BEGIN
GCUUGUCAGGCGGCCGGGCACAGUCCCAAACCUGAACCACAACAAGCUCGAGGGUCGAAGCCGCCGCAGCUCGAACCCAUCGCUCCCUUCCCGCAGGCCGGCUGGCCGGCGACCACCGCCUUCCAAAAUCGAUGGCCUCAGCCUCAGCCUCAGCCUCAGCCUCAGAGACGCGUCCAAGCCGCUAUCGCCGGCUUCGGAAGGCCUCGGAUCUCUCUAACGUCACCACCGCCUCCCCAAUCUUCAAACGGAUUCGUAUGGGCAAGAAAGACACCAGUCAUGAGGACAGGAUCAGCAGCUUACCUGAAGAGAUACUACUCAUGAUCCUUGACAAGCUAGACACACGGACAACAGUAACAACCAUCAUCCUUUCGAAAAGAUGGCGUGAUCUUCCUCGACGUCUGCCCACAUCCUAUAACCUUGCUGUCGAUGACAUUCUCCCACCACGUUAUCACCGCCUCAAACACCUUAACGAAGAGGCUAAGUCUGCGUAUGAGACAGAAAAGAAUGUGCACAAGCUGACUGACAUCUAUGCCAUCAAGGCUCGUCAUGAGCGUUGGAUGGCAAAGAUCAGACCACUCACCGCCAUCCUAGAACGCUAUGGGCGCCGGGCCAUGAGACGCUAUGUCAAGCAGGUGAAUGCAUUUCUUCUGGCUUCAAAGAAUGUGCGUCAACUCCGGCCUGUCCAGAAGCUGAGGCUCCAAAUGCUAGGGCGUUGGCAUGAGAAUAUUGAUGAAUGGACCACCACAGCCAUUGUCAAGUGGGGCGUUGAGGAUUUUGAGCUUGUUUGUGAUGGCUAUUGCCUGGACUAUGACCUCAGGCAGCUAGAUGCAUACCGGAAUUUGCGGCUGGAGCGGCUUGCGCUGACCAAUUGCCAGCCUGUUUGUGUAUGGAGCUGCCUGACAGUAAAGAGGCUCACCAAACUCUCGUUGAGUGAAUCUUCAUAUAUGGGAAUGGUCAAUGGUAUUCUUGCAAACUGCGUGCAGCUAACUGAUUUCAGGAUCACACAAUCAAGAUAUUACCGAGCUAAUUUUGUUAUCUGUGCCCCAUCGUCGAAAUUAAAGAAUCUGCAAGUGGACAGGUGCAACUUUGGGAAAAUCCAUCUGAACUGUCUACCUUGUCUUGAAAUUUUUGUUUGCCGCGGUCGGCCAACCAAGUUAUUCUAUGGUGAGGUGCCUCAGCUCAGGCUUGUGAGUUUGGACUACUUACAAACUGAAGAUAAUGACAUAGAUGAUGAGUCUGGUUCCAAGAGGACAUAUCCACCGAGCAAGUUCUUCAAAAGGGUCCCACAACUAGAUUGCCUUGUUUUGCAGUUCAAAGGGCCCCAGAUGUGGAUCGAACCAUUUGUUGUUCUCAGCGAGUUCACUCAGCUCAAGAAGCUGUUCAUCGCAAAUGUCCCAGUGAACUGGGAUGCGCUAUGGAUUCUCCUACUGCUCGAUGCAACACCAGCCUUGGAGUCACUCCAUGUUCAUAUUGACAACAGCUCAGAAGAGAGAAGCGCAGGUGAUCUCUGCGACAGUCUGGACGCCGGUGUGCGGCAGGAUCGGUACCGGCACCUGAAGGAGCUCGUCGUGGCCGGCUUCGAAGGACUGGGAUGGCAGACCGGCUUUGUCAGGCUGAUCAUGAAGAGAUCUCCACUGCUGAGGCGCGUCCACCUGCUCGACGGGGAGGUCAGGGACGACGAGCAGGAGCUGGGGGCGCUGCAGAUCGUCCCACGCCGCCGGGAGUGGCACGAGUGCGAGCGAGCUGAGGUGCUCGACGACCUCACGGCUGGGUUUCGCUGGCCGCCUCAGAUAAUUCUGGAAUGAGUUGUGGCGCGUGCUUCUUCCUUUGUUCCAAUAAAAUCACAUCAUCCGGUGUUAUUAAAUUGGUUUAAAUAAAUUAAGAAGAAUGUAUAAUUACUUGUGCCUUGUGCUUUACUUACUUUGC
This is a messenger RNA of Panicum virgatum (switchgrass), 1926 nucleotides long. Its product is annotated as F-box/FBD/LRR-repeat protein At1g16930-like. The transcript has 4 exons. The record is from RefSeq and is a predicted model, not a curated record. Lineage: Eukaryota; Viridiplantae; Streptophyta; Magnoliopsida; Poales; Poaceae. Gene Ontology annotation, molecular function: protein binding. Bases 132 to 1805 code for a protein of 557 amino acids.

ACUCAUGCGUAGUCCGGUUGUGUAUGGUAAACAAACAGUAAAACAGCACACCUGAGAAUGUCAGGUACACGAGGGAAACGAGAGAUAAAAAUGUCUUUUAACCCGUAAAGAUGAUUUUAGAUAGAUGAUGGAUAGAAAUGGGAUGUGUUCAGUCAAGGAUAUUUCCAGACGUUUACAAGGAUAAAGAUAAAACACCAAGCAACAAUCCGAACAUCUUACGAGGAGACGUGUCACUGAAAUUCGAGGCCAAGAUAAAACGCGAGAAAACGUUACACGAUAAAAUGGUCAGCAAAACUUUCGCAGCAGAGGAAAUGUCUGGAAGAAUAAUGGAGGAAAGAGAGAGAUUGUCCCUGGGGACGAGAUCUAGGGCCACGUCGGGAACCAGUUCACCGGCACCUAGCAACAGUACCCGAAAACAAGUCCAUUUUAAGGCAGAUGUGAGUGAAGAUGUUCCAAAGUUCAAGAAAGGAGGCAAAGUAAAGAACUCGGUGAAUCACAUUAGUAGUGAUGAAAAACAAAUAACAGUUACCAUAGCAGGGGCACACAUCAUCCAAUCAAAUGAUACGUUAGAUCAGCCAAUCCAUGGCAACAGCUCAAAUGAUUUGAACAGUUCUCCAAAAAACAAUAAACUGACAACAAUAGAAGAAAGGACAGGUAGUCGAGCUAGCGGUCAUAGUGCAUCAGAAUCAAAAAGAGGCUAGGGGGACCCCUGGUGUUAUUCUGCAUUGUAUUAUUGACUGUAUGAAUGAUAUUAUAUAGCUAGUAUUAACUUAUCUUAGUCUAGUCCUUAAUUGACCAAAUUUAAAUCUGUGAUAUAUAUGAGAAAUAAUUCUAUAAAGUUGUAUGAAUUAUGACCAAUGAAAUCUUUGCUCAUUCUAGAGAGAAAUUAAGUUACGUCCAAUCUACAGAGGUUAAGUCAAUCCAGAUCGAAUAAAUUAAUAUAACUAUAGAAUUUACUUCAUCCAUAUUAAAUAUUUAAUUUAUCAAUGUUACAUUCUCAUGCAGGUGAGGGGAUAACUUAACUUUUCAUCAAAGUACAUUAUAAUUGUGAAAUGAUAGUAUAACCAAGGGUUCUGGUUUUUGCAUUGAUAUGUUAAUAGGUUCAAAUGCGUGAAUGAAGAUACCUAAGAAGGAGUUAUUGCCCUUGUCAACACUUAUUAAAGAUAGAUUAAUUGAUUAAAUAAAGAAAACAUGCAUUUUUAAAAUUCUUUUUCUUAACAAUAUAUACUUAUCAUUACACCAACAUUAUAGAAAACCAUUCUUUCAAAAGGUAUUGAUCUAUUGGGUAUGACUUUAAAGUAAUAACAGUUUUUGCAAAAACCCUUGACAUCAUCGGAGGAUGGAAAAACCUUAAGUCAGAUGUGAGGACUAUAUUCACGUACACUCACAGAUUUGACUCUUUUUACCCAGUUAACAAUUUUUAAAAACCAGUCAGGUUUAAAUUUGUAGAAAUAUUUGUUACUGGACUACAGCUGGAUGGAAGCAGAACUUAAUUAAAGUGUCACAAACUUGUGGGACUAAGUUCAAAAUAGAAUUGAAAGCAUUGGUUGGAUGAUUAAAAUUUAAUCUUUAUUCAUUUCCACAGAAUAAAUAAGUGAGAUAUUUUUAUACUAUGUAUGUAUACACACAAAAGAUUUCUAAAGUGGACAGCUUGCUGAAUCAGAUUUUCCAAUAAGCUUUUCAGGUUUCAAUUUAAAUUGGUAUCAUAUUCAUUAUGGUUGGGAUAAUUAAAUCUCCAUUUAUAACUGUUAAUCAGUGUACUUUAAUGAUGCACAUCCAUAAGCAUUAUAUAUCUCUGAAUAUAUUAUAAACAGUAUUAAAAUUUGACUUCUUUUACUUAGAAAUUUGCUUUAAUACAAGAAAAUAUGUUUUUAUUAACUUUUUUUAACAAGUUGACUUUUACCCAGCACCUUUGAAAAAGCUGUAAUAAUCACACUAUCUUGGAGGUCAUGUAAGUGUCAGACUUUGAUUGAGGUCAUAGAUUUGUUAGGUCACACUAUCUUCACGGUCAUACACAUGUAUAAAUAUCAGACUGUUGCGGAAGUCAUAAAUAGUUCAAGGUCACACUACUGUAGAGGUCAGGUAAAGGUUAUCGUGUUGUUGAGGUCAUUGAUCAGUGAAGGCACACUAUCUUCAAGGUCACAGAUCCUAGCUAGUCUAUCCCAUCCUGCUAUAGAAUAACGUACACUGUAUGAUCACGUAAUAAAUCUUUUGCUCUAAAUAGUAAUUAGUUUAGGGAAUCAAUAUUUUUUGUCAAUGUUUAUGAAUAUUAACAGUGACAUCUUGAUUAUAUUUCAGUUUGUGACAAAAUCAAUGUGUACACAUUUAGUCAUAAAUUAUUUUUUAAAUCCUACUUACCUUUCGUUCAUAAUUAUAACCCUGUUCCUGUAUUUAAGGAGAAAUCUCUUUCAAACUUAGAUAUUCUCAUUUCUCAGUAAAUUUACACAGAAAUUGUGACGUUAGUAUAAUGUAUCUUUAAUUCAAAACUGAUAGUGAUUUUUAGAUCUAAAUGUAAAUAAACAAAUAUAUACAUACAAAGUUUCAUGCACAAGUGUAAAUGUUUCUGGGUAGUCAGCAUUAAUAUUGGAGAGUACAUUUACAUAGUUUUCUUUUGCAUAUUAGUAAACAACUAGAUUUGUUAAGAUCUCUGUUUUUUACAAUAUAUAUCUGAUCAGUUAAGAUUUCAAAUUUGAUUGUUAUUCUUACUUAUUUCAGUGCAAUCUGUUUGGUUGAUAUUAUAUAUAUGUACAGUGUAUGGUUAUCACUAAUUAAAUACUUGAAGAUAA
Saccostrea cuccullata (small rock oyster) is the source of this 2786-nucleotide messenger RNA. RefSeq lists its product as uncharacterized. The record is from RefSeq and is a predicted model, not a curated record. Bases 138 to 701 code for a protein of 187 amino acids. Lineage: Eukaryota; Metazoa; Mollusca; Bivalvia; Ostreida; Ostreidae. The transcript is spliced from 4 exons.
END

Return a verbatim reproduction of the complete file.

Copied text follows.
GCUUGUCAGGCGGCCGGGCACAGUCCCAAACCUGAACCACAACAAGCUCGAGGGUCGAAGCCGCCGCAGCUCGAACCCAUCGCUCCCUUCCCGCAGGCCGGCUGGCCGGCGACCACCGCCUUCCAAAAUCGAUGGCCUCAGCCUCAGCCUCAGCCUCAGCCUCAGAGACGCGUCCAAGCCGCUAUCGCCGGCUUCGGAAGGCCUCGGAUCUCUCUAACGUCACCACCGCCUCCCCAAUCUUCAAACGGAUUCGUAUGGGCAAGAAAGACACCAGUCAUGAGGACAGGAUCAGCAGCUUACCUGAAGAGAUACUACUCAUGAUCCUUGACAAGCUAGACACACGGACAACAGUAACAACCAUCAUCCUUUCGAAAAGAUGGCGUGAUCUUCCUCGACGUCUGCCCACAUCCUAUAACCUUGCUGUCGAUGACAUUCUCCCACCACGUUAUCACCGCCUCAAACACCUUAACGAAGAGGCUAAGUCUGCGUAUGAGACAGAAAAGAAUGUGCACAAGCUGACUGACAUCUAUGCCAUCAAGGCUCGUCAUGAGCGUUGGAUGGCAAAGAUCAGACCACUCACCGCCAUCCUAGAACGCUAUGGGCGCCGGGCCAUGAGACGCUAUGUCAAGCAGGUGAAUGCAUUUCUUCUGGCUUCAAAGAAUGUGCGUCAACUCCGGCCUGUCCAGAAGCUGAGGCUCCAAAUGCUAGGGCGUUGGCAUGAGAAUAUUGAUGAAUGGACCACCACAGCCAUUGUCAAGUGGGGCGUUGAGGAUUUUGAGCUUGUUUGUGAUGGCUAUUGCCUGGACUAUGACCUCAGGCAGCUAGAUGCAUACCGGAAUUUGCGGCUGGAGCGGCUUGCGCUGACCAAUUGCCAGCCUGUUUGUGUAUGGAGCUGCCUGACAGUAAAGAGGCUCACCAAACUCUCGUUGAGUGAAUCUUCAUAUAUGGGAAUGGUCAAUGGUAUUCUUGCAAACUGCGUGCAGCUAACUGAUUUCAGGAUCACACAAUCAAGAUAUUACCGAGCUAAUUUUGUUAUCUGUGCCCCAUCGUCGAAAUUAAAGAAUCUGCAAGUGGACAGGUGCAACUUUGGGAAAAUCCAUCUGAACUGUCUACCUUGUCUUGAAAUUUUUGUUUGCCGCGGUCGGCCAACCAAGUUAUUCUAUGGUGAGGUGCCUCAGCUCAGGCUUGUGAGUUUGGACUACUUACAAACUGAAGAUAAUGACAUAGAUGAUGAGUCUGGUUCCAAGAGGACAUAUCCACCGAGCAAGUUCUUCAAAAGGGUCCCACAACUAGAUUGCCUUGUUUUGCAGUUCAAAGGGCCCCAGAUGUGGAUCGAACCAUUUGUUGUUCUCAGCGAGUUCACUCAGCUCAAGAAGCUGUUCAUCGCAAAUGUCCCAGUGAACUGGGAUGCGCUAUGGAUUCUCCUACUGCUCGAUGCAACACCAGCCUUGGAGUCACUCCAUGUUCAUAUUGACAACAGCUCAGAAGAGAGAAGCGCAGGUGAUCUCUGCGACAGUCUGGACGCCGGUGUGCGGCAGGAUCGGUACCGGCACCUGAAGGAGCUCGUCGUGGCCGGCUUCGAAGGACUGGGAUGGCAGACCGGCUUUGUCAGGCUGAUCAUGAAGAGAUCUCCACUGCUGAGGCGCGUCCACCUGCUCGACGGGGAGGUCAGGGACGACGAGCAGGAGCUGGGGGCGCUGCAGAUCGUCCCACGCCGCCGGGAGUGGCACGAGUGCGAGCGAGCUGAGGUGCUCGACGACCUCACGGCUGGGUUUCGCUGGCCGCCUCAGAUAAUUCUGGAAUGAGUUGUGGCGCGUGCUUCUUCCUUUGUUCCAAUAAAAUCACAUCAUCCGGUGUUAUUAAAUUGGUUUAAAUAAAUUAAGAAGAAUGUAUAAUUACUUGUGCCUUGUGCUUUACUUACUUUGC
This is a messenger RNA of Panicum virgatum (switchgrass), 1926 nucleotides long. Its product is annotated as F-box/FBD/LRR-repeat protein At1g16930-like. The transcript has 4 exons. The record is from RefSeq and is a predicted model, not a curated record. Lineage: Eukaryota; Viridiplantae; Streptophyta; Magnoliopsida; Poales; Poaceae. Gene Ontology annotation, molecular function: protein binding. Bases 132 to 1805 code for a protein of 557 amino acids.

ACUCAUGCGUAGUCCGGUUGUGUAUGGUAAACAAACAGUAAAACAGCACACCUGAGAAUGUCAGGUACACGAGGGAAACGAGAGAUAAAAAUGUCUUUUAACCCGUAAAGAUGAUUUUAGAUAGAUGAUGGAUAGAAAUGGGAUGUGUUCAGUCAAGGAUAUUUCCAGACGUUUACAAGGAUAAAGAUAAAACACCAAGCAACAAUCCGAACAUCUUACGAGGAGACGUGUCACUGAAAUUCGAGGCCAAGAUAAAACGCGAGAAAACGUUACACGAUAAAAUGGUCAGCAAAACUUUCGCAGCAGAGGAAAUGUCUGGAAGAAUAAUGGAGGAAAGAGAGAGAUUGUCCCUGGGGACGAGAUCUAGGGCCACGUCGGGAACCAGUUCACCGGCACCUAGCAACAGUACCCGAAAACAAGUCCAUUUUAAGGCAGAUGUGAGUGAAGAUGUUCCAAAGUUCAAGAAAGGAGGCAAAGUAAAGAACUCGGUGAAUCACAUUAGUAGUGAUGAAAAACAAAUAACAGUUACCAUAGCAGGGGCACACAUCAUCCAAUCAAAUGAUACGUUAGAUCAGCCAAUCCAUGGCAACAGCUCAAAUGAUUUGAACAGUUCUCCAAAAAACAAUAAACUGACAACAAUAGAAGAAAGGACAGGUAGUCGAGCUAGCGGUCAUAGUGCAUCAGAAUCAAAAAGAGGCUAGGGGGACCCCUGGUGUUAUUCUGCAUUGUAUUAUUGACUGUAUGAAUGAUAUUAUAUAGCUAGUAUUAACUUAUCUUAGUCUAGUCCUUAAUUGACCAAAUUUAAAUCUGUGAUAUAUAUGAGAAAUAAUUCUAUAAAGUUGUAUGAAUUAUGACCAAUGAAAUCUUUGCUCAUUCUAGAGAGAAAUUAAGUUACGUCCAAUCUACAGAGGUUAAGUCAAUCCAGAUCGAAUAAAUUAAUAUAACUAUAGAAUUUACUUCAUCCAUAUUAAAUAUUUAAUUUAUCAAUGUUACAUUCUCAUGCAGGUGAGGGGAUAACUUAACUUUUCAUCAAAGUACAUUAUAAUUGUGAAAUGAUAGUAUAACCAAGGGUUCUGGUUUUUGCAUUGAUAUGUUAAUAGGUUCAAAUGCGUGAAUGAAGAUACCUAAGAAGGAGUUAUUGCCCUUGUCAACACUUAUUAAAGAUAGAUUAAUUGAUUAAAUAAAGAAAACAUGCAUUUUUAAAAUUCUUUUUCUUAACAAUAUAUACUUAUCAUUACACCAACAUUAUAGAAAACCAUUCUUUCAAAAGGUAUUGAUCUAUUGGGUAUGACUUUAAAGUAAUAACAGUUUUUGCAAAAACCCUUGACAUCAUCGGAGGAUGGAAAAACCUUAAGUCAGAUGUGAGGACUAUAUUCACGUACACUCACAGAUUUGACUCUUUUUACCCAGUUAACAAUUUUUAAAAACCAGUCAGGUUUAAAUUUGUAGAAAUAUUUGUUACUGGACUACAGCUGGAUGGAAGCAGAACUUAAUUAAAGUGUCACAAACUUGUGGGACUAAGUUCAAAAUAGAAUUGAAAGCAUUGGUUGGAUGAUUAAAAUUUAAUCUUUAUUCAUUUCCACAGAAUAAAUAAGUGAGAUAUUUUUAUACUAUGUAUGUAUACACACAAAAGAUUUCUAAAGUGGACAGCUUGCUGAAUCAGAUUUUCCAAUAAGCUUUUCAGGUUUCAAUUUAAAUUGGUAUCAUAUUCAUUAUGGUUGGGAUAAUUAAAUCUCCAUUUAUAACUGUUAAUCAGUGUACUUUAAUGAUGCACAUCCAUAAGCAUUAUAUAUCUCUGAAUAUAUUAUAAACAGUAUUAAAAUUUGACUUCUUUUACUUAGAAAUUUGCUUUAAUACAAGAAAAUAUGUUUUUAUUAACUUUUUUUAACAAGUUGACUUUUACCCAGCACCUUUGAAAAAGCUGUAAUAAUCACACUAUCUUGGAGGUCAUGUAAGUGUCAGACUUUGAUUGAGGUCAUAGAUUUGUUAGGUCACACUAUCUUCACGGUCAUACACAUGUAUAAAUAUCAGACUGUUGCGGAAGUCAUAAAUAGUUCAAGGUCACACUACUGUAGAGGUCAGGUAAAGGUUAUCGUGUUGUUGAGGUCAUUGAUCAGUGAAGGCACACUAUCUUCAAGGUCACAGAUCCUAGCUAGUCUAUCCCAUCCUGCUAUAGAAUAACGUACACUGUAUGAUCACGUAAUAAAUCUUUUGCUCUAAAUAGUAAUUAGUUUAGGGAAUCAAUAUUUUUUGUCAAUGUUUAUGAAUAUUAACAGUGACAUCUUGAUUAUAUUUCAGUUUGUGACAAAAUCAAUGUGUACACAUUUAGUCAUAAAUUAUUUUUUAAAUCCUACUUACCUUUCGUUCAUAAUUAUAACCCUGUUCCUGUAUUUAAGGAGAAAUCUCUUUCAAACUUAGAUAUUCUCAUUUCUCAGUAAAUUUACACAGAAAUUGUGACGUUAGUAUAAUGUAUCUUUAAUUCAAAACUGAUAGUGAUUUUUAGAUCUAAAUGUAAAUAAACAAAUAUAUACAUACAAAGUUUCAUGCACAAGUGUAAAUGUUUCUGGGUAGUCAGCAUUAAUAUUGGAGAGUACAUUUACAUAGUUUUCUUUUGCAUAUUAGUAAACAACUAGAUUUGUUAAGAUCUCUGUUUUUUACAAUAUAUAUCUGAUCAGUUAAGAUUUCAAAUUUGAUUGUUAUUCUUACUUAUUUCAGUGCAAUCUGUUUGGUUGAUAUUAUAUAUAUGUACAGUGUAUGGUUAUCACUAAUUAAAUACUUGAAGAUAA
Saccostrea cuccullata (small rock oyster) is the source of this 2786-nucleotide messenger RNA. RefSeq lists its product as uncharacterized. The record is from RefSeq and is a predicted model, not a curated record. Bases 138 to 701 code for a protein of 187 amino acids. Lineage: Eukaryota; Metazoa; Mollusca; Bivalvia; Ostreida; Ostreidae. The transcript is spliced from 4 exons.